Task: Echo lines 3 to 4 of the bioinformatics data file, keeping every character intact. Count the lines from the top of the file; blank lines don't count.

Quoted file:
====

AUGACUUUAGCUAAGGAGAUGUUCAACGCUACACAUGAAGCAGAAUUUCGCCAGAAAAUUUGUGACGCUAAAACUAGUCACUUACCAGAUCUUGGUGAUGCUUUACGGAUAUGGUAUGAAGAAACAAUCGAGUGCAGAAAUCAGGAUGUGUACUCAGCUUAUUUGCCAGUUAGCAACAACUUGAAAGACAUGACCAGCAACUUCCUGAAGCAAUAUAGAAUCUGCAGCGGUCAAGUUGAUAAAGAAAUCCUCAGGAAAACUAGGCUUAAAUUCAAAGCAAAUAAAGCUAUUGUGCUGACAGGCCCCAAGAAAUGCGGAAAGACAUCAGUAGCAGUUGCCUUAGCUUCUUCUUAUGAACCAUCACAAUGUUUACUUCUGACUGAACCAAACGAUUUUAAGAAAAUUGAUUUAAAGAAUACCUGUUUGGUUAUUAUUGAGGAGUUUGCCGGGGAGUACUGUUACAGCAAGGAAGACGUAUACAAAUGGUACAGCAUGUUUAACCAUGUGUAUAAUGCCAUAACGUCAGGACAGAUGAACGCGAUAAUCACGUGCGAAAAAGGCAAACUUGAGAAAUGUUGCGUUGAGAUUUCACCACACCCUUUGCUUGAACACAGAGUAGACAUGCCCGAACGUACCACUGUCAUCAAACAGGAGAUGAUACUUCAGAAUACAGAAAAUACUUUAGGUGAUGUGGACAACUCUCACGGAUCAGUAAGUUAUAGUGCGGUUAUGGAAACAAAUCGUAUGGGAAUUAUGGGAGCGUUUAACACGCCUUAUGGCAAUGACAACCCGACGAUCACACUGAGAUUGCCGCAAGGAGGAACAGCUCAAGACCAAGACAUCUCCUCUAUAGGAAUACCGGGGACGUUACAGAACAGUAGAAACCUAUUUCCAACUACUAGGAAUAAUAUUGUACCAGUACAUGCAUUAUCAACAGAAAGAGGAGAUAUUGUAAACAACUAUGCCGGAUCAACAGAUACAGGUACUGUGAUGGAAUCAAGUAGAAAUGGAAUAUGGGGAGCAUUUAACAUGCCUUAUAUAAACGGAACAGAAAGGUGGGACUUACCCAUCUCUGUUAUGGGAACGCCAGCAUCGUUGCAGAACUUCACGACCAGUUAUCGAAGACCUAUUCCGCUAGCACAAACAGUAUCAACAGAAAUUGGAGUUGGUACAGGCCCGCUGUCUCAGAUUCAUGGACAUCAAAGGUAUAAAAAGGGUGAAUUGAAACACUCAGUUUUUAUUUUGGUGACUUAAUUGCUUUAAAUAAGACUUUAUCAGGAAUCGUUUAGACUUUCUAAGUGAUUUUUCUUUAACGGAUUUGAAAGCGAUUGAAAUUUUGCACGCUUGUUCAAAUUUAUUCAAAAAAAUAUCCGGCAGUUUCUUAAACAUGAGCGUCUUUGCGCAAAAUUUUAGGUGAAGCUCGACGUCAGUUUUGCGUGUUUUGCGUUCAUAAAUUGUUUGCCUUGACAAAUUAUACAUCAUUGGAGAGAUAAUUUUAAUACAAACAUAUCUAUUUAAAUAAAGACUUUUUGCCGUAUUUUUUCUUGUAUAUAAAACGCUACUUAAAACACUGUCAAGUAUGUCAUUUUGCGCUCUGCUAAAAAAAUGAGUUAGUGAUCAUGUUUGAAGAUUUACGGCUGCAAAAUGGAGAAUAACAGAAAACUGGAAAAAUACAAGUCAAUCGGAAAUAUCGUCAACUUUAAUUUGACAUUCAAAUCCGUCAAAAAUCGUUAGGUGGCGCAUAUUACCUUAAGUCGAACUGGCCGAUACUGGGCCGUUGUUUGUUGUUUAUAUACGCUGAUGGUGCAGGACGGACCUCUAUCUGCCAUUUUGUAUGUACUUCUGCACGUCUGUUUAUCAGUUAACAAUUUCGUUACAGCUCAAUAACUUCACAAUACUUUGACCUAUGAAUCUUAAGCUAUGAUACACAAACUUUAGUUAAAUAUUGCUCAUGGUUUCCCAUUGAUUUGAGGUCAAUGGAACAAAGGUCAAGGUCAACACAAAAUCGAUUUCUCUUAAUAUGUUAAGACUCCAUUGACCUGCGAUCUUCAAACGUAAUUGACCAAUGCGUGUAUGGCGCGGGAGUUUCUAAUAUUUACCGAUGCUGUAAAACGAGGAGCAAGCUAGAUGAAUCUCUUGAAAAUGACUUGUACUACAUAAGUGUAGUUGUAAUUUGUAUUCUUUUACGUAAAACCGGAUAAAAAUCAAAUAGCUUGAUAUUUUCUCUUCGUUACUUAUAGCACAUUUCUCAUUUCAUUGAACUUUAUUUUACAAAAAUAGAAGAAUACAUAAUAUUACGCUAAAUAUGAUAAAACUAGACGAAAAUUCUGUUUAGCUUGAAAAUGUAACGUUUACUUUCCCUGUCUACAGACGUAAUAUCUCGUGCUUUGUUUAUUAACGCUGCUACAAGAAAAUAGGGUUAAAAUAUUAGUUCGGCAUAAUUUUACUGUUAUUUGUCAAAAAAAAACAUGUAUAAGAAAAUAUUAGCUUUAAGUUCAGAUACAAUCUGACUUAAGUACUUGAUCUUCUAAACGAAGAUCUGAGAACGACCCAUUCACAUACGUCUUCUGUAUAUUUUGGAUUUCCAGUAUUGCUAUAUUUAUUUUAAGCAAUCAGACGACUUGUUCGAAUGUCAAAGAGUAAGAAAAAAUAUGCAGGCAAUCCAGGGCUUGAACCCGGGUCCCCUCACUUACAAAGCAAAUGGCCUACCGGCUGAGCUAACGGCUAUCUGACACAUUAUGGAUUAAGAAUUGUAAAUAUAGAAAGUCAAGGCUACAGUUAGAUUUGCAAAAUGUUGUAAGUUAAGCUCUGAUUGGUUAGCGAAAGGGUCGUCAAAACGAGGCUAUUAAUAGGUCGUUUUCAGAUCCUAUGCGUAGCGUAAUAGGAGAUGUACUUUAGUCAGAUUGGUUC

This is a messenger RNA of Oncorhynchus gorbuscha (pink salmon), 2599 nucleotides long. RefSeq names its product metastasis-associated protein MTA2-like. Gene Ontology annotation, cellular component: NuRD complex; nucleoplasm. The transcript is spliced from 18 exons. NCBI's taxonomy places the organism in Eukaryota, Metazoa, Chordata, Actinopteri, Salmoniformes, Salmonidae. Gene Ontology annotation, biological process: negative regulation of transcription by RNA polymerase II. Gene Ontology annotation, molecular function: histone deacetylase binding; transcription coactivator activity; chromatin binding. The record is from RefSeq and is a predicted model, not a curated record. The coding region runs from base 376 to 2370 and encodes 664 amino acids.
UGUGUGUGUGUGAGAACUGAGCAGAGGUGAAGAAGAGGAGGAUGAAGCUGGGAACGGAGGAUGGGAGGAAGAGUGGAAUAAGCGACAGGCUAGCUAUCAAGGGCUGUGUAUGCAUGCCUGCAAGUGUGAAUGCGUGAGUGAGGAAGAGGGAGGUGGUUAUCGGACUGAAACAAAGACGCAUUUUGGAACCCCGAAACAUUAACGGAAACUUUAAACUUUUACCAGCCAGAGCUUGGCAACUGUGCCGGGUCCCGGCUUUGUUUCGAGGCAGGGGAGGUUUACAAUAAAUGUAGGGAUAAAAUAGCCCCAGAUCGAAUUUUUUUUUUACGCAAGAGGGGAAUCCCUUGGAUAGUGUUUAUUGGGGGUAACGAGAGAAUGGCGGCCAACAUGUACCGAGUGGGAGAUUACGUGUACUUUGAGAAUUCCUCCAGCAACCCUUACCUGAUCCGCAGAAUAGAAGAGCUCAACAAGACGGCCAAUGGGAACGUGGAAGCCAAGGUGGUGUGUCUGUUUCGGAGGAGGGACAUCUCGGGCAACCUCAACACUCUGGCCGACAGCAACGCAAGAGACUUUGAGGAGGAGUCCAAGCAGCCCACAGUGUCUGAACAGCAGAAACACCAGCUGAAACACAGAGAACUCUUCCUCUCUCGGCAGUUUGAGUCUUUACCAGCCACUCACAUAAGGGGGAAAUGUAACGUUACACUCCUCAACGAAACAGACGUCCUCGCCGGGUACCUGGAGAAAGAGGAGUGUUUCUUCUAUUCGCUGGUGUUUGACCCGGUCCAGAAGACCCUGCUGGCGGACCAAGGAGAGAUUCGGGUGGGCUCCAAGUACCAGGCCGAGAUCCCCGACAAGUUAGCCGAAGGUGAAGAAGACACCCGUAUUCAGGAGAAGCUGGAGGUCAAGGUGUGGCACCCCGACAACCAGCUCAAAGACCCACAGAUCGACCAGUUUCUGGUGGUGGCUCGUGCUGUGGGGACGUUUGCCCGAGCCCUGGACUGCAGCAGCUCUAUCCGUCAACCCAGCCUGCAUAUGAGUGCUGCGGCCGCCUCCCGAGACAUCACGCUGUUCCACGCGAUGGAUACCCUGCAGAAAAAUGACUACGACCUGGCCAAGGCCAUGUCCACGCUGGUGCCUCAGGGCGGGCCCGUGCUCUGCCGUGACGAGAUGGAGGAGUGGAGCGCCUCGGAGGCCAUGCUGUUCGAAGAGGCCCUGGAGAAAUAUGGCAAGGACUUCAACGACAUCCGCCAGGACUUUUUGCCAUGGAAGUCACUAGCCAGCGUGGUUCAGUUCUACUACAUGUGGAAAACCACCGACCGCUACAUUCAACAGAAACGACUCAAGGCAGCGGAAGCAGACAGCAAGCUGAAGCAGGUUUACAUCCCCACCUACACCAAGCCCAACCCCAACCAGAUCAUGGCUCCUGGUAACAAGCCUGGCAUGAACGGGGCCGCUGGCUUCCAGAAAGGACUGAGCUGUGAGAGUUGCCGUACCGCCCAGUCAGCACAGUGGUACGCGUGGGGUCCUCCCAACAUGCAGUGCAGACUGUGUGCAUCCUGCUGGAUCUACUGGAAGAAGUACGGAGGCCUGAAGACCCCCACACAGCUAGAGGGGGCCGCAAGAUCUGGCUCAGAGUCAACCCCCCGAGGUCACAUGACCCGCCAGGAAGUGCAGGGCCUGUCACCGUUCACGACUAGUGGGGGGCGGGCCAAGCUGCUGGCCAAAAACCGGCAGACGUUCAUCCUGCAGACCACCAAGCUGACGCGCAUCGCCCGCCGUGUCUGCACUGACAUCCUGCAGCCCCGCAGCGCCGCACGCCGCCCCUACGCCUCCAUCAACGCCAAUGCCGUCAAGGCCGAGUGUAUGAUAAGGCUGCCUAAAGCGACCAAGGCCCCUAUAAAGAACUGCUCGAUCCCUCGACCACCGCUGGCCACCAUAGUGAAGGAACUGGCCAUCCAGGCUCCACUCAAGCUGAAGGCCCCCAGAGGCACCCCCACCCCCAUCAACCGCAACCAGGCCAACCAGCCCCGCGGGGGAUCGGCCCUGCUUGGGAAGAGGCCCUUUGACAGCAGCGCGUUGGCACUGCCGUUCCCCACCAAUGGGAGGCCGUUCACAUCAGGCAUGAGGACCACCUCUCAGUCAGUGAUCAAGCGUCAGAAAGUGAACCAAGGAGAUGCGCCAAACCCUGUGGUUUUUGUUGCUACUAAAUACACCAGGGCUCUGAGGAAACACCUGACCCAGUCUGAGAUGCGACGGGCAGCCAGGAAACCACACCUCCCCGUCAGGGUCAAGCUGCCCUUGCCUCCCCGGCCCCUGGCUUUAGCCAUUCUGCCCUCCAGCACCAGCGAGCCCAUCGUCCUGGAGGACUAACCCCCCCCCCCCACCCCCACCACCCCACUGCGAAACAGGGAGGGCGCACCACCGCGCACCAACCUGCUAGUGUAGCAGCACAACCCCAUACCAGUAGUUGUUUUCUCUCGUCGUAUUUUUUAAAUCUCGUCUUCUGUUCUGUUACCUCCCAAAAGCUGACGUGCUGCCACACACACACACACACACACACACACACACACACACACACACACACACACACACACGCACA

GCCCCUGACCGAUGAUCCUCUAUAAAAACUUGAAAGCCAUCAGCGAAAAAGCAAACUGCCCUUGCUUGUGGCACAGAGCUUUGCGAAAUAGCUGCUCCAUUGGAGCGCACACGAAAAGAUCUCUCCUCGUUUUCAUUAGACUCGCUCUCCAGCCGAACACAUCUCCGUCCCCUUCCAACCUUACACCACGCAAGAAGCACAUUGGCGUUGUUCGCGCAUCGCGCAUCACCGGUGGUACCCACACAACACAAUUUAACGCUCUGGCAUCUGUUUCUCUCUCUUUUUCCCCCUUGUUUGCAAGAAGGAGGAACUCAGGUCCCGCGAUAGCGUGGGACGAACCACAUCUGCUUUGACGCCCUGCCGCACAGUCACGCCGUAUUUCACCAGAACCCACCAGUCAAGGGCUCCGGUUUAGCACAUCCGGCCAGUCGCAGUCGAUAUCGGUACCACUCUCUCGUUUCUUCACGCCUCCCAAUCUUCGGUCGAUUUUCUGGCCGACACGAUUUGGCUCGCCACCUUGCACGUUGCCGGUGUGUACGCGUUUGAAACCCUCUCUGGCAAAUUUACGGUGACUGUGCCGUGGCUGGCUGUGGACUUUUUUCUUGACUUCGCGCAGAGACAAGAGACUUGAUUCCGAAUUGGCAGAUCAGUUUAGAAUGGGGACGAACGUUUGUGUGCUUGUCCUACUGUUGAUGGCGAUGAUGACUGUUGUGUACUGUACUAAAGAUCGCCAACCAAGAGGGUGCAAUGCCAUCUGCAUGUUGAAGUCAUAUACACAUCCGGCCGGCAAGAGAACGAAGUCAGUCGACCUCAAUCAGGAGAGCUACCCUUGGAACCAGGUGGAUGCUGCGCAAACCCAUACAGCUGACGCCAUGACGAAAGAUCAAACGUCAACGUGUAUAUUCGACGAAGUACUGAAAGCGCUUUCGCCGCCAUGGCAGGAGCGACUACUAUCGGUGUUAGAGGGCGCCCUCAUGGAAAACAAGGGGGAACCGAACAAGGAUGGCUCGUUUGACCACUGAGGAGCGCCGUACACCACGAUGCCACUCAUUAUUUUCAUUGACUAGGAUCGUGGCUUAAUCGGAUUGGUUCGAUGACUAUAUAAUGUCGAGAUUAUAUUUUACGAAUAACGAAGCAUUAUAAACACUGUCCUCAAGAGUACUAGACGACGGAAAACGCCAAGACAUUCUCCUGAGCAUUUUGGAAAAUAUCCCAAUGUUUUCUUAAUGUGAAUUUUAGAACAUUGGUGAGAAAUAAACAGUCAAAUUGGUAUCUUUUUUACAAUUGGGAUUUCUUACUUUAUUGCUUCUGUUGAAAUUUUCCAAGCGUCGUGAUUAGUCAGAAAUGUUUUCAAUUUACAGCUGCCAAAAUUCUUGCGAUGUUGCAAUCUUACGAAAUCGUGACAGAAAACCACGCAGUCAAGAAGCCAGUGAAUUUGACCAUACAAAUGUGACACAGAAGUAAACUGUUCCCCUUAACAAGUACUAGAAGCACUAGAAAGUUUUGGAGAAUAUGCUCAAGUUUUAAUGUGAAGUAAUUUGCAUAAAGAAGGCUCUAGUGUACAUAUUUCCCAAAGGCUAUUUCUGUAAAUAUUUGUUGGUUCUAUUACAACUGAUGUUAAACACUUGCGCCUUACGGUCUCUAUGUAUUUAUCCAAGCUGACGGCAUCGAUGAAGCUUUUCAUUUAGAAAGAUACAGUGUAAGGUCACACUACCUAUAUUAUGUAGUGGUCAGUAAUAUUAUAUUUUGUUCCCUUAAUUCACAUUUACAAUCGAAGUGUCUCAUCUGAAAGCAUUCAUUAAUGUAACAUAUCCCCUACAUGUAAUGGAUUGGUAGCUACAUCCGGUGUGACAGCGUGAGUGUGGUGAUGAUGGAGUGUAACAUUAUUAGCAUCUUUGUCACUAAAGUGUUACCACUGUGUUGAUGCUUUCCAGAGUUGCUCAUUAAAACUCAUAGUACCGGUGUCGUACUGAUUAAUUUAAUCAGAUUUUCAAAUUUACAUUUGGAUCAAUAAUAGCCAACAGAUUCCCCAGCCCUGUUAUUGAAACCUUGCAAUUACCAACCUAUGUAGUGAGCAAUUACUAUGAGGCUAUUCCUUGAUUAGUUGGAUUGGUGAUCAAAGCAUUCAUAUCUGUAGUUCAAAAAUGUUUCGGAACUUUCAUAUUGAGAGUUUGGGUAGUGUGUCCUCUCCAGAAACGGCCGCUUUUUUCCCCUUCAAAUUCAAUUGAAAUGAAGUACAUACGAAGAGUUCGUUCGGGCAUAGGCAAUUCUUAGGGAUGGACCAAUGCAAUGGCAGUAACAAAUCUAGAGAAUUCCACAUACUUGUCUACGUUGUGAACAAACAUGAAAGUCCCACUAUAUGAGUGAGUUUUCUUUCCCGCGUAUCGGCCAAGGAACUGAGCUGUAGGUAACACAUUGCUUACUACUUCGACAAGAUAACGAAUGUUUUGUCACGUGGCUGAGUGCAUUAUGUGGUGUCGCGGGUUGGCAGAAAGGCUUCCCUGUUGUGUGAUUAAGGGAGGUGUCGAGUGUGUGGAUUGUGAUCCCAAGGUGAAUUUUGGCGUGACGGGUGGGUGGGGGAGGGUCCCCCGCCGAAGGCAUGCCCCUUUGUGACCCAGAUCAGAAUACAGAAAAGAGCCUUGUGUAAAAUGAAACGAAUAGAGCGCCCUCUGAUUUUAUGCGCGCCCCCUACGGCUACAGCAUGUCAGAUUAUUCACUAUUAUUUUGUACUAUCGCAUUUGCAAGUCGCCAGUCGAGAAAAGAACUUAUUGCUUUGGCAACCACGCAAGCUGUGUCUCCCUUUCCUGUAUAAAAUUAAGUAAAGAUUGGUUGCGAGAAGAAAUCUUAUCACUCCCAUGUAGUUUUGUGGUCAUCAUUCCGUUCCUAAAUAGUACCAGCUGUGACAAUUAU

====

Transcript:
UGUGUGUGUGUGAGAACUGAGCAGAGGUGAAGAAGAGGAGGAUGAAGCUGGGAACGGAGGAUGGGAGGAAGAGUGGAAUAAGCGACAGGCUAGCUAUCAAGGGCUGUGUAUGCAUGCCUGCAAGUGUGAAUGCGUGAGUGAGGAAGAGGGAGGUGGUUAUCGGACUGAAACAAAGACGCAUUUUGGAACCCCGAAACAUUAACGGAAACUUUAAACUUUUACCAGCCAGAGCUUGGCAACUGUGCCGGGUCCCGGCUUUGUUUCGAGGCAGGGGAGGUUUACAAUAAAUGUAGGGAUAAAAUAGCCCCAGAUCGAAUUUUUUUUUUACGCAAGAGGGGAAUCCCUUGGAUAGUGUUUAUUGGGGGUAACGAGAGAAUGGCGGCCAACAUGUACCGAGUGGGAGAUUACGUGUACUUUGAGAAUUCCUCCAGCAACCCUUACCUGAUCCGCAGAAUAGAAGAGCUCAACAAGACGGCCAAUGGGAACGUGGAAGCCAAGGUGGUGUGUCUGUUUCGGAGGAGGGACAUCUCGGGCAACCUCAACACUCUGGCCGACAGCAACGCAAGAGACUUUGAGGAGGAGUCCAAGCAGCCCACAGUGUCUGAACAGCAGAAACACCAGCUGAAACACAGAGAACUCUUCCUCUCUCGGCAGUUUGAGUCUUUACCAGCCACUCACAUAAGGGGGAAAUGUAACGUUACACUCCUCAACGAAACAGACGUCCUCGCCGGGUACCUGGAGAAAGAGGAGUGUUUCUUCUAUUCGCUGGUGUUUGACCCGGUCCAGAAGACCCUGCUGGCGGACCAAGGAGAGAUUCGGGUGGGCUCCAAGUACCAGGCCGAGAUCCCCGACAAGUUAGCCGAAGGUGAAGAAGACACCCGUAUUCAGGAGAAGCUGGAGGUCAAGGUGUGGCACCCCGACAACCAGCUCAAAGACCCACAGAUCGACCAGUUUCUGGUGGUGGCUCGUGCUGUGGGGACGUUUGCCCGAGCCCUGGACUGCAGCAGCUCUAUCCGUCAACCCAGCCUGCAUAUGAGUGCUGCGGCCGCCUCCCGAGACAUCACGCUGUUCCACGCGAUGGAUACCCUGCAGAAAAAUGACUACGACCUGGCCAAGGCCAUGUCCACGCUGGUGCCUCAGGGCGGGCCCGUGCUCUGCCGUGACGAGAUGGAGGAGUGGAGCGCCUCGGAGGCCAUGCUGUUCGAAGAGGCCCUGGAGAAAUAUGGCAAGGACUUCAACGACAUCCGCCAGGACUUUUUGCCAUGGAAGUCACUAGCCAGCGUGGUUCAGUUCUACUACAUGUGGAAAACCACCGACCGCUACAUUCAACAGAAACGACUCAAGGCAGCGGAAGCAGACAGCAAGCUGAAGCAGGUUUACAUCCCCACCUACACCAAGCCCAACCCCAACCAGAUCAUGGCUCCUGGUAACAAGCCUGGCAUGAACGGGGCCGCUGGCUUCCAGAAAGGACUGAGCUGUGAGAGUUGCCGUACCGCCCAGUCAGCACAGUGGUACGCGUGGGGUCCUCCCAACAUGCAGUGCAGACUGUGUGCAUCCUGCUGGAUCUACUGGAAGAAGUACGGAGGCCUGAAGACCCCCACACAGCUAGAGGGGGCCGCAAGAUCUGGCUCAGAGUCAACCCCCCGAGGUCACAUGACCCGCCAGGAAGUGCAGGGCCUGUCACCGUUCACGACUAGUGGGGGGCGGGCCAAGCUGCUGGCCAAAAACCGGCAGACGUUCAUCCUGCAGACCACCAAGCUGACGCGCAUCGCCCGCCGUGUCUGCACUGACAUCCUGCAGCCCCGCAGCGCCGCACGCCGCCCCUACGCCUCCAUCAACGCCAAUGCCGUCAAGGCCGAGUGUAUGAUAAGGCUGCCUAAAGCGACCAAGGCCCCUAUAAAGAACUGCUCGAUCCCUCGACCACCGCUGGCCACCAUAGUGAAGGAACUGGCCAUCCAGGCUCCACUCAAGCUGAAGGCCCCCAGAGGCACCCCCACCCCCAUCAACCGCAACCAGGCCAACCAGCCCCGCGGGGGAUCGGCCCUGCUUGGGAAGAGGCCCUUUGACAGCAGCGCGUUGGCACUGCCGUUCCCCACCAAUGGGAGGCCGUUCACAUCAGGCAUGAGGACCACCUCUCAGUCAGUGAUCAAGCGUCAGAAAGUGAACCAAGGAGAUGCGCCAAACCCUGUGGUUUUUGUUGCUACUAAAUACACCAGGGCUCUGAGGAAACACCUGACCCAGUCUGAGAUGCGACGGGCAGCCAGGAAACCACACCUCCCCGUCAGGGUCAAGCUGCCCUUGCCUCCCCGGCCCCUGGCUUUAGCCAUUCUGCCCUCCAGCACCAGCGAGCCCAUCGUCCUGGAGGACUAACCCCCCCCCCCCACCCCCACCACCCCACUGCGAAACAGGGAGGGCGCACCACCGCGCACCAACCUGCUAGUGUAGCAGCACAACCCCAUACCAGUAGUUGUUUUCUCUCGUCGUAUUUUUUAAAUCUCGUCUUCUGUUCUGUUACCUCCCAAAAGCUGACGUGCUGCCACACACACACACACACACACACACACACACACACACACACACACACACACACACACGCACA

GCCCCUGACCGAUGAUCCUCUAUAAAAACUUGAAAGCCAUCAGCGAAAAAGCAAACUGCCCUUGCUUGUGGCACAGAGCUUUGCGAAAUAGCUGCUCCAUUGGAGCGCACACGAAAAGAUCUCUCCUCGUUUUCAUUAGACUCGCUCUCCAGCCGAACACAUCUCCGUCCCCUUCCAACCUUACACCACGCAAGAAGCACAUUGGCGUUGUUCGCGCAUCGCGCAUCACCGGUGGUACCCACACAACACAAUUUAACGCUCUGGCAUCUGUUUCUCUCUCUUUUUCCCCCUUGUUUGCAAGAAGGAGGAACUCAGGUCCCGCGAUAGCGUGGGACGAACCACAUCUGCUUUGACGCCCUGCCGCACAGUCACGCCGUAUUUCACCAGAACCCACCAGUCAAGGGCUCCGGUUUAGCACAUCCGGCCAGUCGCAGUCGAUAUCGGUACCACUCUCUCGUUUCUUCACGCCUCCCAAUCUUCGGUCGAUUUUCUGGCCGACACGAUUUGGCUCGCCACCUUGCACGUUGCCGGUGUGUACGCGUUUGAAACCCUCUCUGGCAAAUUUACGGUGACUGUGCCGUGGCUGGCUGUGGACUUUUUUCUUGACUUCGCGCAGAGACAAGAGACUUGAUUCCGAAUUGGCAGAUCAGUUUAGAAUGGGGACGAACGUUUGUGUGCUUGUCCUACUGUUGAUGGCGAUGAUGACUGUUGUGUACUGUACUAAAGAUCGCCAACCAAGAGGGUGCAAUGCCAUCUGCAUGUUGAAGUCAUAUACACAUCCGGCCGGCAAGAGAACGAAGUCAGUCGACCUCAAUCAGGAGAGCUACCCUUGGAACCAGGUGGAUGCUGCGCAAACCCAUACAGCUGACGCCAUGACGAAAGAUCAAACGUCAACGUGUAUAUUCGACGAAGUACUGAAAGCGCUUUCGCCGCCAUGGCAGGAGCGACUACUAUCGGUGUUAGAGGGCGCCCUCAUGGAAAACAAGGGGGAACCGAACAAGGAUGGCUCGUUUGACCACUGAGGAGCGCCGUACACCACGAUGCCACUCAUUAUUUUCAUUGACUAGGAUCGUGGCUUAAUCGGAUUGGUUCGAUGACUAUAUAAUGUCGAGAUUAUAUUUUACGAAUAACGAAGCAUUAUAAACACUGUCCUCAAGAGUACUAGACGACGGAAAACGCCAAGACAUUCUCCUGAGCAUUUUGGAAAAUAUCCCAAUGUUUUCUUAAUGUGAAUUUUAGAACAUUGGUGAGAAAUAAACAGUCAAAUUGGUAUCUUUUUUACAAUUGGGAUUUCUUACUUUAUUGCUUCUGUUGAAAUUUUCCAAGCGUCGUGAUUAGUCAGAAAUGUUUUCAAUUUACAGCUGCCAAAAUUCUUGCGAUGUUGCAAUCUUACGAAAUCGUGACAGAAAACCACGCAGUCAAGAAGCCAGUGAAUUUGACCAUACAAAUGUGACACAGAAGUAAACUGUUCCCCUUAACAAGUACUAGAAGCACUAGAAAGUUUUGGAGAAUAUGCUCAAGUUUUAAUGUGAAGUAAUUUGCAUAAAGAAGGCUCUAGUGUACAUAUUUCCCAAAGGCUAUUUCUGUAAAUAUUUGUUGGUUCUAUUACAACUGAUGUUAAACACUUGCGCCUUACGGUCUCUAUGUAUUUAUCCAAGCUGACGGCAUCGAUGAAGCUUUUCAUUUAGAAAGAUACAGUGUAAGGUCACACUACCUAUAUUAUGUAGUGGUCAGUAAUAUUAUAUUUUGUUCCCUUAAUUCACAUUUACAAUCGAAGUGUCUCAUCUGAAAGCAUUCAUUAAUGUAACAUAUCCCCUACAUGUAAUGGAUUGGUAGCUACAUCCGGUGUGACAGCGUGAGUGUGGUGAUGAUGGAGUGUAACAUUAUUAGCAUCUUUGUCACUAAAGUGUUACCACUGUGUUGAUGCUUUCCAGAGUUGCUCAUUAAAACUCAUAGUACCGGUGUCGUACUGAUUAAUUUAAUCAGAUUUUCAAAUUUACAUUUGGAUCAAUAAUAGCCAACAGAUUCCCCAGCCCUGUUAUUGAAACCUUGCAAUUACCAACCUAUGUAGUGAGCAAUUACUAUGAGGCUAUUCCUUGAUUAGUUGGAUUGGUGAUCAAAGCAUUCAUAUCUGUAGUUCAAAAAUGUUUCGGAACUUUCAUAUUGAGAGUUUGGGUAGUGUGUCCUCUCCAGAAACGGCCGCUUUUUUCCCCUUCAAAUUCAAUUGAAAUGAAGUACAUACGAAGAGUUCGUUCGGGCAUAGGCAAUUCUUAGGGAUGGACCAAUGCAAUGGCAGUAACAAAUCUAGAGAAUUCCACAUACUUGUCUACGUUGUGAACAAACAUGAAAGUCCCACUAUAUGAGUGAGUUUUCUUUCCCGCGUAUCGGCCAAGGAACUGAGCUGUAGGUAACACAUUGCUUACUACUUCGACAAGAUAACGAAUGUUUUGUCACGUGGCUGAGUGCAUUAUGUGGUGUCGCGGGUUGGCAGAAAGGCUUCCCUGUUGUGUGAUUAAGGGAGGUGUCGAGUGUGUGGAUUGUGAUCCCAAGGUGAAUUUUGGCGUGACGGGUGGGUGGGGGAGGGUCCCCCGCCGAAGGCAUGCCCCUUUGUGACCCAGAUCAGAAUACAGAAAAGAGCCUUGUGUAAAAUGAAACGAAUAGAGCGCCCUCUGAUUUUAUGCGCGCCCCCUACGGCUACAGCAUGUCAGAUUAUUCACUAUUAUUUUGUACUAUCGCAUUUGCAAGUCGCCAGUCGAGAAAAGAACUUAUUGCUUUGGCAACCACGCAAGCUGUGUCUCCCUUUCCUGUAUAAAAUUAAGUAAAGAUUGGUUGCGAGAAGAAAUCUUAUCACUCCCAUGUAGUUUUGUGGUCAUCAUUCCGUUCCUAAAUAGUACCAGCUGUGACAAUUAU